staff reporter)
staff reporter)

It was in May that Jang Ui-seong, 72, head of the welfare department of the Vietnam Veterans’ Association of Korea (VVAK), received a call from the police. Shortly after the launch of a preparatory committee for the South Korea-Vietnam Peace Foundation and the unveiling of the “Vietnam Pieta” statue on Apr. 27, VVAK organized a series of meetings of the heads of chapters in various cities and provinces to discuss how to respond to “Ku Su-jeong and other slanderers.” They appealed to South Korea’s president, prime minister, Defense Ministry and Foreign Ministry to take action. Soon afterward, the police asked the group if they wanted to take legal action.

Jang was chosen to represent 831 plaintiffs. “They were spreading all these falsehoods, but we don’t even use the Internet and couldn’t do anything about it, and they kept getting worse and worse as time went by. Abe is having a hard time because of the comfort women statue, and I guess he deserves it because of what Japan did, but what women did we violate to earn this Pieta statue?” Jang said, referring to Japanese Prime Minister Shinzo Abe.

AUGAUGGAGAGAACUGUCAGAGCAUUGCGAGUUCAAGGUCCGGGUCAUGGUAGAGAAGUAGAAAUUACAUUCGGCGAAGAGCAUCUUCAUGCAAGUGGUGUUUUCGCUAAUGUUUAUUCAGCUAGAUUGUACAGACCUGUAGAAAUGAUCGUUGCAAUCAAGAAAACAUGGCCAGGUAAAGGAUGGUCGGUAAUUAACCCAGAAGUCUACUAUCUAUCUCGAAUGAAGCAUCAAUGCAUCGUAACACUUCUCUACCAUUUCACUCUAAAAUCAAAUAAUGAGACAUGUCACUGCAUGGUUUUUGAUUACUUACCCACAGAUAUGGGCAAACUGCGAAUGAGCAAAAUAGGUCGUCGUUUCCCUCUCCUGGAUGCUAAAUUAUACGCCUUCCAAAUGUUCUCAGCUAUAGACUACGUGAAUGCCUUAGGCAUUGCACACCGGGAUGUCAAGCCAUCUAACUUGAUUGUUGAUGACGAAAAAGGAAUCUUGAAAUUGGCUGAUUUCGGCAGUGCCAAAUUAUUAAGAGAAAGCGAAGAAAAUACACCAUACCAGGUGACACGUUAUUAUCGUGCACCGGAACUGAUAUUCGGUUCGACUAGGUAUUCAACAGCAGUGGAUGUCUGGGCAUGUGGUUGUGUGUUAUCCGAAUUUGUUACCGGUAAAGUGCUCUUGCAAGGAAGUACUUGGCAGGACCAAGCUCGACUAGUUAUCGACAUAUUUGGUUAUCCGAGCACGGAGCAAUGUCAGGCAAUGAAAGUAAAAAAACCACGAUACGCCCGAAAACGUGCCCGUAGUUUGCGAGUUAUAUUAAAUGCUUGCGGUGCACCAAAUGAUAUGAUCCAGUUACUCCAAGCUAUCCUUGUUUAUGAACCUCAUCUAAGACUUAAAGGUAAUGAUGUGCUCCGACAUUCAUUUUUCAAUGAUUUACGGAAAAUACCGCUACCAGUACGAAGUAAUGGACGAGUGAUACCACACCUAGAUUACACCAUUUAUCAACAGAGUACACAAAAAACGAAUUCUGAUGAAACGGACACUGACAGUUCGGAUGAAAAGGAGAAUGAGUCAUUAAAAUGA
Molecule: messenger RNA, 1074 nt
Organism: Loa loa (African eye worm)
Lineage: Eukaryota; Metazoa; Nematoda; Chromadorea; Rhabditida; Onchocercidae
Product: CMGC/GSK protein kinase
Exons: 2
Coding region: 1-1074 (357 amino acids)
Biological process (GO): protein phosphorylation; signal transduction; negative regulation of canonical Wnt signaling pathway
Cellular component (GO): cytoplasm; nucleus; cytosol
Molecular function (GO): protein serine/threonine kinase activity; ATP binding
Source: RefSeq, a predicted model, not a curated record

“When we were still an unofficial organization, our hands were tied, but since we acquired legal status three years ago, we gained the ability to file a lawsuit. We‘re going to take this opportunity to keep them from doing this kind of thing again,” he said. Seventeen years after Jang first came across Ku’s article, he has finally encountered the law - and now he‘s spoiling for a fight.

VVAK claims that there was false information in an interview with Japanese weekly the Shukan Bunshun in 2014, in a video that contained Ku’s remarks from the “peace pilgrimage” to Vietnam and in an interview that ran in the Hankyoreh this year. But the files that VVAK submitted contain virtually everything that Ku has done since 1999.

“The police questioned me at the greatest length about the interview with the Shukan Bunshun,” Ku recalled. During this interview, Ku made one remark about South Korean soldiers sexually assaulting Vietnamese women. There is a telling connection between the fact that the first thing VVAK took issue with was this interview and the fact that Jang repeatedly referred to “Abe,” “sexual assault” and the “Pieta statue.”